I went up to an older couple peering down into the canyon from their shiny new Chevy Impala. Before I could complete a sentence they peeled out of the parking lot. I suppose two ragged teenagers, sweaty and dusty from the climb must have looked menacing, but I was surprised that they and the folks in the next three cars refused to help us.

When a blue Buick pulled over, I asked no one’s permission, but opened the back door, shoved my buddy in and hopped in beside him. The driver was a man in his thirties. With him were two children – a girl about ten and a boy about eight. They all three looked more scared than we did.

The driver managed to give me a razor blade and his belt. When I sliced the wound and started sucking out the poison, both my friend and the little boy threw-up. The little girl stared at me with enormous eyes and asked if she could help.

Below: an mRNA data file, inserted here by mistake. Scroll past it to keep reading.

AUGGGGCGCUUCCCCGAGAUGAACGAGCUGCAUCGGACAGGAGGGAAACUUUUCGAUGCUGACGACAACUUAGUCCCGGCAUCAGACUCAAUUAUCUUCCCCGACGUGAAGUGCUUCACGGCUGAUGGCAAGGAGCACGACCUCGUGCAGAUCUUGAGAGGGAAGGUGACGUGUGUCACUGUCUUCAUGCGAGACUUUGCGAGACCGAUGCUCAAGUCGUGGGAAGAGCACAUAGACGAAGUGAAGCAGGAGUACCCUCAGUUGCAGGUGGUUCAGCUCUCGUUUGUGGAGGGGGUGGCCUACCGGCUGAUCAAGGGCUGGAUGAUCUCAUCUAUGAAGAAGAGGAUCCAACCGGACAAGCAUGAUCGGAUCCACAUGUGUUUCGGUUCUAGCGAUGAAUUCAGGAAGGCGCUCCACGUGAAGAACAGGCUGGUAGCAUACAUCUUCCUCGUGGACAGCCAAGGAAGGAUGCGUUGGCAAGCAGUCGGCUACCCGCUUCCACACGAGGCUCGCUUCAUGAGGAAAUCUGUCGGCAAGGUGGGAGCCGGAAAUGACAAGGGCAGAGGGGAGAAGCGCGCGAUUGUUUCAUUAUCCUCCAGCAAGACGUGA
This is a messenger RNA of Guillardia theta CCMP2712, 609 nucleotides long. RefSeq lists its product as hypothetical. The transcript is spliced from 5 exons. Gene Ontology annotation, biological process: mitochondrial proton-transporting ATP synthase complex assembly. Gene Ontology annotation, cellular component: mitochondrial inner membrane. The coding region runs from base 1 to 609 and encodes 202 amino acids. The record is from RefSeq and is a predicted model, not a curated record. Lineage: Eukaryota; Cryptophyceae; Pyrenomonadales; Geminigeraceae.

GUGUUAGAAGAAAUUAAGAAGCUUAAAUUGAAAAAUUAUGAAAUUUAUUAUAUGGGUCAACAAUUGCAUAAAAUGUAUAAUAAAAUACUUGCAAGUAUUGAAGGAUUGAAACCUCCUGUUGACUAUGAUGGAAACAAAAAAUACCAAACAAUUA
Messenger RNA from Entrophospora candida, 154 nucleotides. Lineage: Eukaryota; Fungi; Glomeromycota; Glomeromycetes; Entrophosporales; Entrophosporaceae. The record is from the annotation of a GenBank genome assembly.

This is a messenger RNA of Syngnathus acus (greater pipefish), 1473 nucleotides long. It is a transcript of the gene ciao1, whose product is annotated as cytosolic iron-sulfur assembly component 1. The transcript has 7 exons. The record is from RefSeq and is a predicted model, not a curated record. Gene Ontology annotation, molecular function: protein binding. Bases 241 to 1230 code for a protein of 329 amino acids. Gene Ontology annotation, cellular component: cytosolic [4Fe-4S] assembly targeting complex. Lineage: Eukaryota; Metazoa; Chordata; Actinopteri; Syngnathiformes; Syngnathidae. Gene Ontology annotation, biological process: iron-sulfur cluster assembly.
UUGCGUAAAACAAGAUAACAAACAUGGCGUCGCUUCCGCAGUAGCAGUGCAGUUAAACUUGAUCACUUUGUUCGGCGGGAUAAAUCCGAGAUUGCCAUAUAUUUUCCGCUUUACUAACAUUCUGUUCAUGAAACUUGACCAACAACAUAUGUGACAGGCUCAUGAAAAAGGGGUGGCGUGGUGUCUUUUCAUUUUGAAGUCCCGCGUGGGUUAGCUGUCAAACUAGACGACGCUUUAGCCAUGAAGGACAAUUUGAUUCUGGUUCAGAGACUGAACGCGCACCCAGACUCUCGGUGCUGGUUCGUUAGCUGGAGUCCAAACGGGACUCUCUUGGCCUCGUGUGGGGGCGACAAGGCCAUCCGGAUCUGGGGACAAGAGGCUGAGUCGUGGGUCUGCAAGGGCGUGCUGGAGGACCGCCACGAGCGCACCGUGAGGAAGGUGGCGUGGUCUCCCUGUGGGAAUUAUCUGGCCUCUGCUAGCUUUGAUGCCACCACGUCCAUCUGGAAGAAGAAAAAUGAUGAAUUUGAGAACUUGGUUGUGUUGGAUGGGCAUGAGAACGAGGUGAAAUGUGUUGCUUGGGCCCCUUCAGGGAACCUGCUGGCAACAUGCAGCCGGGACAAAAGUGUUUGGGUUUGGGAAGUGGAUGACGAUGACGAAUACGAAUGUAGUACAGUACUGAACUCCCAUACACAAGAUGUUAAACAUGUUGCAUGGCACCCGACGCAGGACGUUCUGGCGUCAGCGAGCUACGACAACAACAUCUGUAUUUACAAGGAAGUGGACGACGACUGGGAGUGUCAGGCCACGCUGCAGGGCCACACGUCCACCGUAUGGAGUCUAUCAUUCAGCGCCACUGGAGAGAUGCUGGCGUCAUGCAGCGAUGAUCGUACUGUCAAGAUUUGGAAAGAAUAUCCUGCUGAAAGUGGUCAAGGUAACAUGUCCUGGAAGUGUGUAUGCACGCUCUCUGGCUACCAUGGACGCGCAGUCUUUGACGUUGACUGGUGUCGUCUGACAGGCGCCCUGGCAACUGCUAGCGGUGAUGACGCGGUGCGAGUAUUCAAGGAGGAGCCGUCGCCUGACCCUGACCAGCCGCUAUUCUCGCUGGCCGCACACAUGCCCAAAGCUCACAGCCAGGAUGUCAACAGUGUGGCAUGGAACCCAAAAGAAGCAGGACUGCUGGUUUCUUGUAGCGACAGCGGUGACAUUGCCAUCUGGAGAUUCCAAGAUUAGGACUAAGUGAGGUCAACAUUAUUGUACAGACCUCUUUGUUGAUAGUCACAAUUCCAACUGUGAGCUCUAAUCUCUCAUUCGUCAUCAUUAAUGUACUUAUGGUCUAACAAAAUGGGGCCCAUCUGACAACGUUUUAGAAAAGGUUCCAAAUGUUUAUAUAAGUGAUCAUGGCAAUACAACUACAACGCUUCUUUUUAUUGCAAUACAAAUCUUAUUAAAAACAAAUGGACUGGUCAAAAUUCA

They drove us to the site of another July 4th adventure – Sanderson, Texas. There we found a paramedic, who treated the wound. He put my friend in an ambulance and drove him to the nearest hospital – Odessa Medical Center. I suddenly realized the driver and his kids had vanished. Now all I had to do was figure out how to get back to the camp and find his father.

Finally I located a Deputy Sheriff dozing at his desk. Couldn’t help wondering if he was the one I’d seen parked at the DQ on that other July 4th. When I asked him if he could take me to the campsite about thirty miles back, he looked like he had just bit into the world’s sourest lemon. But he came around when he heard about the $50 my buddy’s father would pay him.